Fishermen like walrus-mustached Larry Collins, captain of the Autumn Gale in San Francisco's Fisherman's Wharf, face an agonizing choice.
"This year, Collins and other California fishermen face an agonizing choice: Whether to gear up for a season that could not only leave them in the red, but may also jeopardize the future of struggling salmon populations.
The past five years have already been harrowing, with a round of fishing bans to protect declining salmon runs in the Klamath River near the California-Oregon border. While those stocks are now in better shape, the main population of local salmon -- the celebrated Sacramento River fall run of chinooks -- is in steep decline. For the past two years, the federal government has banned commercial salmon fishing in California and most of Oregon.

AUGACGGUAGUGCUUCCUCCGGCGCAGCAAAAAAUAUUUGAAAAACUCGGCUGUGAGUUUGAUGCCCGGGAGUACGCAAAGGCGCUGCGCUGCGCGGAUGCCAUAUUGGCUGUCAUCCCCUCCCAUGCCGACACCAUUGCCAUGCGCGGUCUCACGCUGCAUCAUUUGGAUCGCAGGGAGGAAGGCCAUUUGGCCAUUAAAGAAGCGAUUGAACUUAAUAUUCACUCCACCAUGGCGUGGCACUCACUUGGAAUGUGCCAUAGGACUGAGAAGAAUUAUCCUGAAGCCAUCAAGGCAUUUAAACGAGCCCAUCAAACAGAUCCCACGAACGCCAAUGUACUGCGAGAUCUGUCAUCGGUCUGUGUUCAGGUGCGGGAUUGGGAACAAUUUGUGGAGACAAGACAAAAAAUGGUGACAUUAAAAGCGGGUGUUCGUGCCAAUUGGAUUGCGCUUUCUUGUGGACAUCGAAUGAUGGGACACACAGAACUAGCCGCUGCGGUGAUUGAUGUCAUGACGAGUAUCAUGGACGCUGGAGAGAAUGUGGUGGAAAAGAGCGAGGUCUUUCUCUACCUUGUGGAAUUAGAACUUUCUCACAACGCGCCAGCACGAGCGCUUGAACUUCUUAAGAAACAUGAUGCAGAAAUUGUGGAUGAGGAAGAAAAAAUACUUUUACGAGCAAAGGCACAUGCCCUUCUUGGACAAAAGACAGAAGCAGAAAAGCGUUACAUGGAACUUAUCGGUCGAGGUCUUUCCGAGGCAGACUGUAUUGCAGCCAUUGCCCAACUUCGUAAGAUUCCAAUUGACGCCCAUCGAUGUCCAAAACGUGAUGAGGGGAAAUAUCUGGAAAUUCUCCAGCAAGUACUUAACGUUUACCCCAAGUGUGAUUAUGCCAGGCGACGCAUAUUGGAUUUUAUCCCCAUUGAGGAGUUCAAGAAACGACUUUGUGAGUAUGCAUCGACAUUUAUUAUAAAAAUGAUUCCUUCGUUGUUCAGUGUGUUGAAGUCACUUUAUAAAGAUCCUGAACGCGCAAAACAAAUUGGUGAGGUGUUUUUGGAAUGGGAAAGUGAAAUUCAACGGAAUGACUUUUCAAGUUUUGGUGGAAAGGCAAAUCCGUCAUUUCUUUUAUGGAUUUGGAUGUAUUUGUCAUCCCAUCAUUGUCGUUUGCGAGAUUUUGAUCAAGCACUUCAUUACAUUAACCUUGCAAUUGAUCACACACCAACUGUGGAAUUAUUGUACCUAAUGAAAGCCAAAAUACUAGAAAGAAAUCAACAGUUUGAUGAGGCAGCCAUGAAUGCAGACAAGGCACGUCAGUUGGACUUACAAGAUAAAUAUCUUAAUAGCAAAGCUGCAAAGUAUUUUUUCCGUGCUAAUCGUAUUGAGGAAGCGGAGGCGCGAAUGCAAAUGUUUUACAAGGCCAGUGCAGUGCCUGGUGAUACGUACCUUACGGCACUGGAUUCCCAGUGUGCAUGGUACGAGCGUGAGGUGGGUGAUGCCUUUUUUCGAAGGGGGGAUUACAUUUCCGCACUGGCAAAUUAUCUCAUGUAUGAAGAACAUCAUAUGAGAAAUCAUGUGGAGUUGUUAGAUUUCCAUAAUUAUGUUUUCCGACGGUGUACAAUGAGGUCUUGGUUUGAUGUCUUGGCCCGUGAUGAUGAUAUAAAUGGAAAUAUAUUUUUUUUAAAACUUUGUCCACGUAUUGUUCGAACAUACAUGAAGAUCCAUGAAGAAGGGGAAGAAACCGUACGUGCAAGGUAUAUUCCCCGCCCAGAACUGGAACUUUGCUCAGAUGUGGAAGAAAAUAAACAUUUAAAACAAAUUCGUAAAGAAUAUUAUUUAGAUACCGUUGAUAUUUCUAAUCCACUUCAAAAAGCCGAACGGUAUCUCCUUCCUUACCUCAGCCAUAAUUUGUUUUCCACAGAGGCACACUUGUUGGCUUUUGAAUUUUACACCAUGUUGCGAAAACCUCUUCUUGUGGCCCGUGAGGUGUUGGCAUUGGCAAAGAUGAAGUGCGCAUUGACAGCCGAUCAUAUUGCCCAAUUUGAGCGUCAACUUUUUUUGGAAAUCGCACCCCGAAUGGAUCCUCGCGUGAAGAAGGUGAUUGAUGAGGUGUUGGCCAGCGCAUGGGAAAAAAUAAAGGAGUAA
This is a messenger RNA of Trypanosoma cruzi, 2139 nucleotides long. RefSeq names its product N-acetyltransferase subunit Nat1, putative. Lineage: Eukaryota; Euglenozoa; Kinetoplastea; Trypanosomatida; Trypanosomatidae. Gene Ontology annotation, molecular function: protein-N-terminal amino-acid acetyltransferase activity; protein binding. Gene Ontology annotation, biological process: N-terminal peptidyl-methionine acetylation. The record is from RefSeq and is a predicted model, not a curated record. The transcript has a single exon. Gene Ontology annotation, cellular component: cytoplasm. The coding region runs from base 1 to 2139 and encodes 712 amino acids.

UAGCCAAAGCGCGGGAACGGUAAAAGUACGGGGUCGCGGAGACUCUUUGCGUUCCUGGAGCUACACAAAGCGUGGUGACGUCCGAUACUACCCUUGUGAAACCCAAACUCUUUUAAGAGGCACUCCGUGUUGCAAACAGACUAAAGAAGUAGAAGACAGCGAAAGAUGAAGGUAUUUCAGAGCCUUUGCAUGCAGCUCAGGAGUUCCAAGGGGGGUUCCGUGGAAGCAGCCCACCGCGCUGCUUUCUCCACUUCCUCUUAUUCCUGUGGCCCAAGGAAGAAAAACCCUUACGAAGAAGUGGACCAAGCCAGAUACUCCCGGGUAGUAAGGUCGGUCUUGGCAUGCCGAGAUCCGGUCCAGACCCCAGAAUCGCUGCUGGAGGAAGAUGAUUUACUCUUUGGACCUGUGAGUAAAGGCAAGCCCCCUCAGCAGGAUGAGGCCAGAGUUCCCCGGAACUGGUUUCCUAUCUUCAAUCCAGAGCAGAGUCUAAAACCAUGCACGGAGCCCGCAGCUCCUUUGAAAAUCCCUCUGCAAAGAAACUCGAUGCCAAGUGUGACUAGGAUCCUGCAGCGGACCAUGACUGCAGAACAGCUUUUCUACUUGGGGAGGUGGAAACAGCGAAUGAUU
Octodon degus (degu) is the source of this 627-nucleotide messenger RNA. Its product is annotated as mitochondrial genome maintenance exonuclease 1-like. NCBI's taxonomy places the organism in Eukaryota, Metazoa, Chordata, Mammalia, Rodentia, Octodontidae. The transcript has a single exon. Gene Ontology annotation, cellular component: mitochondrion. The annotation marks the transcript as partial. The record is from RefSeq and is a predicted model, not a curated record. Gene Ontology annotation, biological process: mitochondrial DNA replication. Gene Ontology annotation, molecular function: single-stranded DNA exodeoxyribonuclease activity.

Then, in April, Collins and other fishermen received what seemed like good news. The Pacific Fishery Management Council, a 14-member assembly that makes fishing recommendations to the federal government, voted to open salmon season in California and Oregon. But, particularly in California, the season will be just a fraction of what it once was: Beginning July 1, some 400 commercial fishing boats could be chasing roughly 33,500 salmon."